• Twitter in legal spat over data clampdown - Twitter Inc’s steadily tightening grip over the 140-character messages on its network has set off a spirited debate in Silicon Valley over whether asocial media company should or should not lay claim over its user-generated content…Social Media News
  • Social Media Savvy for General Counsel - Social media has complicated the management of employees and their relationships with co-workers, raising a host of legal issues for in-house counsel. The array of ways in which employees can communicate electronically has increased geometrically…
  • Avoid Vague Social Media Policies - An NLRB administrative law judge held that the employee’s social media posting about the BMW event was protected concerted activity under the NLRA because his criticisms of the food were shared by co-workers, and there was a possibility that their…
  • More Employers Creating Social Media Policies for the Workplace - As social media use continues to overlap more fluidly between the personal sphere and the business world, more employers are writing dedicated social media polices, and many are also monitoring employee use of social media sites at work, according to a …
  • Social Media in Law Practice - This is the final slide deck from my Social Media in Law Practice course for the Univ. of Dayton School of Law Digital Lawyering Program. Covering time …
  • Employer Best Practices For Social Media Use On And Off The Job - Editor: We see that this is the second annual report on social media use in the workplace from Proskauer’s International Labor & Employment Law Group. What prompted a second survey? Ornstein: Proskauer conducted a second survey on social media use …

It is always good to stay apprised of recent news surrounding social media, particularly how lawyers, attorneys, and other legal professionals are using social media as well as what they are saying. I hope you find this weekly installment of the previous week’s news related to social media and the law to be helpful, informative, and, in certain cases, entertaining. Let’s hope for some more good and interesting news in December!

My thanks to Google NewsBing News, and other news outlets for helping me find and share these stories.

This Week in Social Media News (11/16/12)

Here is your weekly roundup of the Week in Social Media News–a summary of social media news from around the web. As always, the focus of these stories is social media legal news (as opposed to the tens of thousands of stories on social media in general). Having culled through the hundreds of articles I review each week, here are some of the Social Media Newssocial media discussions I have found to be interesting and (hopefully) applicable:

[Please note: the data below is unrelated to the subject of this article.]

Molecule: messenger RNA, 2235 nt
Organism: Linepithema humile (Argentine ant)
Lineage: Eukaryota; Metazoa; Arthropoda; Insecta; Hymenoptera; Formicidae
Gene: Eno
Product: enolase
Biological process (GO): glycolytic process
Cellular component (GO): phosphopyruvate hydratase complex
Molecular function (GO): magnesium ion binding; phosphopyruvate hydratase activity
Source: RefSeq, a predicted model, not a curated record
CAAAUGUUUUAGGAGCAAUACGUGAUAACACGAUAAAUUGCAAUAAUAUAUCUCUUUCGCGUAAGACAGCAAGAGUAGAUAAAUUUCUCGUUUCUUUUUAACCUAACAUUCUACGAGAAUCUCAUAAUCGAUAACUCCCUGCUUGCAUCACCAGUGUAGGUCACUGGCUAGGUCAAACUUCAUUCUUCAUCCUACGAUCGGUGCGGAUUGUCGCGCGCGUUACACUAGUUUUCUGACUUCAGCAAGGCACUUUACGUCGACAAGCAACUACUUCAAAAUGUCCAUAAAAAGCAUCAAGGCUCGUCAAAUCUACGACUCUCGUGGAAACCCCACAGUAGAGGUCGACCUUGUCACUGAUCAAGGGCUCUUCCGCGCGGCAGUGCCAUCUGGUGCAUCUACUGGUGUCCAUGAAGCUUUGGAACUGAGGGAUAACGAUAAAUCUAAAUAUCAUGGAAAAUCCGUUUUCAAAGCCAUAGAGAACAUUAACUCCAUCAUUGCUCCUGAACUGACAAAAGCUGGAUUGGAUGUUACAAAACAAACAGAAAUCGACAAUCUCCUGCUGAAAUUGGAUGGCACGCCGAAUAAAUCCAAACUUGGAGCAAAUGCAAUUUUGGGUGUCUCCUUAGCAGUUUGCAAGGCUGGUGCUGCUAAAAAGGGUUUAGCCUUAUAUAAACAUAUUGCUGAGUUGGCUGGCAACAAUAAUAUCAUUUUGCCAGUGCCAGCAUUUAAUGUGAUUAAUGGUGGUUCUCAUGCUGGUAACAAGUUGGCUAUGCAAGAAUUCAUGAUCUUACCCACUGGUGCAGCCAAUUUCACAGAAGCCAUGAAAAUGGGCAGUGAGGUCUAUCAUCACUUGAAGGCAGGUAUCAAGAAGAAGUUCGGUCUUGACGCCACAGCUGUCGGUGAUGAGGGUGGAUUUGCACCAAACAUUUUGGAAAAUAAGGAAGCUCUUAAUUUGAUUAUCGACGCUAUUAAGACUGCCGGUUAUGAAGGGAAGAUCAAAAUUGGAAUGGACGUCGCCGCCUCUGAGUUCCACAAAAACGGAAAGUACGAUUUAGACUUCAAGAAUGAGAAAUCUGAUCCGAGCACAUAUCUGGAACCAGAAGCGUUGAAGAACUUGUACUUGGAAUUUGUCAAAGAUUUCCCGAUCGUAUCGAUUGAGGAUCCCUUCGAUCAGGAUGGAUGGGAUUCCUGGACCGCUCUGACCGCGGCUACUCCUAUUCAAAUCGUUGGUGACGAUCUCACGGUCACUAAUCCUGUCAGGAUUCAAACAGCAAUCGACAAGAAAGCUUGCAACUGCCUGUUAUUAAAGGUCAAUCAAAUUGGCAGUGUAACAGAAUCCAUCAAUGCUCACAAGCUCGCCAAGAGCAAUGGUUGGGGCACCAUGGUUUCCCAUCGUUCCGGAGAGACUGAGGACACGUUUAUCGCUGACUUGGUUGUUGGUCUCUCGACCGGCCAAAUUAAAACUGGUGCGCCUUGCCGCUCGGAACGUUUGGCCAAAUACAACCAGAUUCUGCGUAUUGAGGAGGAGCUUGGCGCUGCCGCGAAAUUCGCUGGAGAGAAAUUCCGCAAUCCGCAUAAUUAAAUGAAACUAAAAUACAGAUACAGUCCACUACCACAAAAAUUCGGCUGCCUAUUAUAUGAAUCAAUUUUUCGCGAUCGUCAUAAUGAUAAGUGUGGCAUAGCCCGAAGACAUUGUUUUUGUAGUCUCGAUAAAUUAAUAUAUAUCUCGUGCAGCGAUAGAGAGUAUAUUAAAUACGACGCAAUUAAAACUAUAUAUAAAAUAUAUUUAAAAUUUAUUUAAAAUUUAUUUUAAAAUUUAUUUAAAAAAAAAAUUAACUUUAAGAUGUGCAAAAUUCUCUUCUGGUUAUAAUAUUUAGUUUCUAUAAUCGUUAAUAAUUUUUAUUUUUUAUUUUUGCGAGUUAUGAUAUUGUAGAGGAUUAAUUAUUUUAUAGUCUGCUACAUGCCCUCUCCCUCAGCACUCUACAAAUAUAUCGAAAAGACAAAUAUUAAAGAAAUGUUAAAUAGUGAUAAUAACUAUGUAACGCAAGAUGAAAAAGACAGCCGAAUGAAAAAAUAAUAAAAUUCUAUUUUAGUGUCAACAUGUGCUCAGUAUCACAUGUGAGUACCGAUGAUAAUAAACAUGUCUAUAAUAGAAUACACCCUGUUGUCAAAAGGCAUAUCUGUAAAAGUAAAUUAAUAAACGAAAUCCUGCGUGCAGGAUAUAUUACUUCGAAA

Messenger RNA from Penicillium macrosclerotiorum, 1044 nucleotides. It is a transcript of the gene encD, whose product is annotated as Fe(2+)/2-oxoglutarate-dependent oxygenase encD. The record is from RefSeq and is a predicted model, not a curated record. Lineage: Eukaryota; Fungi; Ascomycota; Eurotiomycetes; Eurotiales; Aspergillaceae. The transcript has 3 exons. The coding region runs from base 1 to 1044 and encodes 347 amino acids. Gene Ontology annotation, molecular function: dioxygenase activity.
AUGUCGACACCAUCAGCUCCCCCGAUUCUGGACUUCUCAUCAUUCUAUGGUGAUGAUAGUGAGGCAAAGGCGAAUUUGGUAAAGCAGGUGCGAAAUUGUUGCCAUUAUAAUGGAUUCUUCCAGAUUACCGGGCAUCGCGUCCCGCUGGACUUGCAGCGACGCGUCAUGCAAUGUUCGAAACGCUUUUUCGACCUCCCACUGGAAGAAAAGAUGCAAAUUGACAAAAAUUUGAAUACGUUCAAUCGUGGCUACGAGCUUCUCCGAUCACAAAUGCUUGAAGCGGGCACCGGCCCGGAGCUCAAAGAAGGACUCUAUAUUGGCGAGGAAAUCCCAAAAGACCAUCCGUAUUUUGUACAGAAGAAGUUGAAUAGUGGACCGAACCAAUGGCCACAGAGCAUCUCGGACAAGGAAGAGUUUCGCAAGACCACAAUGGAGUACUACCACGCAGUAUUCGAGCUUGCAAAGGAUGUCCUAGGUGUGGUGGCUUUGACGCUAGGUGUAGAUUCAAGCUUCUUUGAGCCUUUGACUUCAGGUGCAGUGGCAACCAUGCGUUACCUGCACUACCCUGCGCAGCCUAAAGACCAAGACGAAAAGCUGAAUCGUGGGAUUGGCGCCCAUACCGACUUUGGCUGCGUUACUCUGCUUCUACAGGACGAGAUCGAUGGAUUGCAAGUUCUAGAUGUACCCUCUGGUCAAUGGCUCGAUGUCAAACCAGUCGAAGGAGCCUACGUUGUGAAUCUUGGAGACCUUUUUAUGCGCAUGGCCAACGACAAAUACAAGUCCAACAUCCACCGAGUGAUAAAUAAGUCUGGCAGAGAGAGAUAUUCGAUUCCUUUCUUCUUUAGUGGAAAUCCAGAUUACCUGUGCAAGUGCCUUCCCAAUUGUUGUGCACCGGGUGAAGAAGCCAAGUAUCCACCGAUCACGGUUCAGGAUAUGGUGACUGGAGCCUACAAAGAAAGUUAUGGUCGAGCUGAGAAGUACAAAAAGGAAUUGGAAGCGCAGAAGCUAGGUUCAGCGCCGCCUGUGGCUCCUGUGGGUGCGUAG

• More companies are tracking workers’ tweets, report finds - Although the number of companies that feel favorably about social media is growing, more employers are monitoring employees on sites like Twitter and LinkedIn, according to a new report onsocial media practices in the workplace from the global law …
  • Comments on social media could get you fired - Some employers and colleges across the country have even gone as far as asking their employees or potential students for their social media passwords. California recently passed a law making that practice illegal. As for Fisher, she is raising four …
  • Large law firms lack social media strategy, finds TR report - A new study has revealed that many large law firms in Australia are not providing social mediatraining for staff. A Thomson Reuters study of more than 100 senior legal practitioners across Australian firms during October found that a lack of clear …
  • Third state bars access to staff Facebook passwords - California last month became the third state to enact a law that prohibits employers from asking applicants or employees for their passwords to social media sites. Illinois and Maryland had passed similar laws earlier this year. The California bill …
  • Social Media Dos and Don’ts for Lawyers - When it comes to social media, the censor strengths for certain users might be turned down a bit too low. Sure, if you’re a teenager posting pictures of yourself in …

Some very interesting stories this week, particularly the one about law firms lacking a social media strategy and a reiteration of the common dos and don’t for lawyers and social media.

It is always good to stay apprised of recent news surrounding social media, particularly how lawyers, attorneys, and other legal professionals are using social media as well as what they are saying. I hope you find this weekly installment of the previous week’s news related to social media and the law to be helpful, informative, and, in certain cases, entertaining.

My thanks to Google NewsBing News, and other news outlets for helping me find and share these stories.